Remembering Fr Rutilio Grande and the Parish of Aguilares

The Trust has recently been given a brief reflection by Anibal Meza, a Jesuit priest who is from Aguilares and who worked as a literacy coordinator with Rutilio Grande. 


I got to know Fr Grande and the original team, which became responsible for the parish of Aguilares (the place I was born) in 1972.  As well as Rutilio there were Bengochea and Salvador. Later others joined the parish team (Benigno, Marcelino and Gustavo – ‘Tavo’). For the people of Aguilares this was something new, since they had had a series of parish priests that had shown little interest in pastoral work.

The first novel aspect was presence and direct contact with the parishioners, both in the urban area and in the countryside. This was significant in that it meant an important shift from sacramental practice to a process of evangelisation. The people acquired new energy from the formation of communities that held reflections on the gospel. A variety of people who hadn’t had much to do with the Church began to be actively involved in parish life.

Religious celebrations acquired a different perspective and new energy.  On one occasion during Holy Week, during the procession to the Holy Tomb, for the different points at which the coffin stopped places were chosen that were key to the political, social and economic life of Aguilares. For example, one of the stations was at the headquarters of the old Treasury Police (which was disbanded under the 1992 peace accords).  Here the sermon was a condemnation of the repression and intimidation this police force practised in the rural areas.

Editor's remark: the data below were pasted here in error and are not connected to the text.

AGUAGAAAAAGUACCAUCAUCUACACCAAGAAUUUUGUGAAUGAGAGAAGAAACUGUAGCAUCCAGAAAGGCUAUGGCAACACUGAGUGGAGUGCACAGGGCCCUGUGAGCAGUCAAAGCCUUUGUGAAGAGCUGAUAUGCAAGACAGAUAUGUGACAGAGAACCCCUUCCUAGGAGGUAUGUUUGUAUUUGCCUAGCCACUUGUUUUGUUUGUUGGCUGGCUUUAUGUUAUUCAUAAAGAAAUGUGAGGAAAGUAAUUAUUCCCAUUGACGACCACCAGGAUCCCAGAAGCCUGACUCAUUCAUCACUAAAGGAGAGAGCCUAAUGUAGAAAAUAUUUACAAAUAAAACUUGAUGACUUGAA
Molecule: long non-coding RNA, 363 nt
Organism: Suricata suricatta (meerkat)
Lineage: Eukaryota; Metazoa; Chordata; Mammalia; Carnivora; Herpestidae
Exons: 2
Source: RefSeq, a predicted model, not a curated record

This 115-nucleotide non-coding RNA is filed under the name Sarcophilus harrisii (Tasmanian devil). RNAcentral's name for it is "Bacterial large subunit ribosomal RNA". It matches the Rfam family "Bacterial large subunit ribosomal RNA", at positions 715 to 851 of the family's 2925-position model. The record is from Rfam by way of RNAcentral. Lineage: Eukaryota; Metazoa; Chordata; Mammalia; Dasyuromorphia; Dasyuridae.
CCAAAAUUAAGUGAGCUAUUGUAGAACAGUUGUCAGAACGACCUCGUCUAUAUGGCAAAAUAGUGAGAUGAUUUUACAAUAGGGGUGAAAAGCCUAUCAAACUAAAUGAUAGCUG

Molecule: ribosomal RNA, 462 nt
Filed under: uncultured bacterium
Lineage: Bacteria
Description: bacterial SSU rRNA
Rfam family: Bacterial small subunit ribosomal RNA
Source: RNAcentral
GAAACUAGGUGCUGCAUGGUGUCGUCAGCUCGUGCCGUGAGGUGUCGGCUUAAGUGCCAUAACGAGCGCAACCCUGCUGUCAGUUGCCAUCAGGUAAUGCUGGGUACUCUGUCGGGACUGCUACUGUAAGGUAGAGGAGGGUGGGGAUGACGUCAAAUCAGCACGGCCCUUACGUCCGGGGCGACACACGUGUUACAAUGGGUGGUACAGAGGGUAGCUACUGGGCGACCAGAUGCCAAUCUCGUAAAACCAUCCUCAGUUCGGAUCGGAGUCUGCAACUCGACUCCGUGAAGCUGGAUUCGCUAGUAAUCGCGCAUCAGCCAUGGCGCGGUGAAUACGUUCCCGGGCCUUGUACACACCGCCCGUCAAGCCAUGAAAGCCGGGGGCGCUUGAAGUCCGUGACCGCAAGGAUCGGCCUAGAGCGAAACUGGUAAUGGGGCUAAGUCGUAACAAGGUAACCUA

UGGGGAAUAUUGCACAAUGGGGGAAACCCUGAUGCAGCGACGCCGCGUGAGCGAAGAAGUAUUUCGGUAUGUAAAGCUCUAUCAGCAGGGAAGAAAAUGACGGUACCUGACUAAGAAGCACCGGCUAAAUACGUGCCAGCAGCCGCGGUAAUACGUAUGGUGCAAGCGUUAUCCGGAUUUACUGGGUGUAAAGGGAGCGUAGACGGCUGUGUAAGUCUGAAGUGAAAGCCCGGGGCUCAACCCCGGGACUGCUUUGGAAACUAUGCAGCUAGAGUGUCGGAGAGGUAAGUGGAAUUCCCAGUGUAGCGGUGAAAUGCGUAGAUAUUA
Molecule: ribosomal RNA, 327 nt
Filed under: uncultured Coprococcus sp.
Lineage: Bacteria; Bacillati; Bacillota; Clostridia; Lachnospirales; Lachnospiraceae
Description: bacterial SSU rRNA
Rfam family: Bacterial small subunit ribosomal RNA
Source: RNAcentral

Another novel aspect was the active role of the different pastoral workers from the rural areas (the ‘cantons’) through the structure of the Delegates of the Word (of God). The ordinary people, poor and exploited, had the Word of God in their hands, and this meant transformation, vindication, feeling that God cared for them, that they were sons and daughters of God. An example of this active role was the Maize Festival. The basic principle of this festival was that everything was free. Maize cobs (fresh, not dried) were free, donated by all the communities, and cooked maize and maize porridge were free too.

A striking more personal feature that stuck in my mind was how important the music of the Brazilian singer Roberto Carlos was for Fr Grande.  For a while on Saturday afternoons some of his songs could be heard from the church’s outside loudspeakers.  They included Un Millon de amigos (‘A Million Friends’), which is an invitation to build universal friendship, Jesus Cristo, a song that urges following the mission of Jesus Christ because ‘I am here now’, La Montaña (‘The Mountain’), which encourages regular prayer and reflection, and El Progreso (‘Progress’), a song in advance of its time that expresses upset at damage to the environment.

Rutilio was tall, slim, shy but firm and prophetic in his speech.  I can see him in his black or grey clerical shirt, his hair always well cut, in which there were more grey hairs than black.  That’s my memory of his physical appearance.

It is a pleasure to share – after fifty years – these memories of a person who devoted part of his life to practising the first Beatitude: ‘Blessed are the poor because the kingdom of heaven is theirs,’ and was martyred along with two others now declared blessed, Manuel and Nelson.

José Aníbal Meza Tejada                                                                                                                                                                                           
San Salvador, 1 January 2022.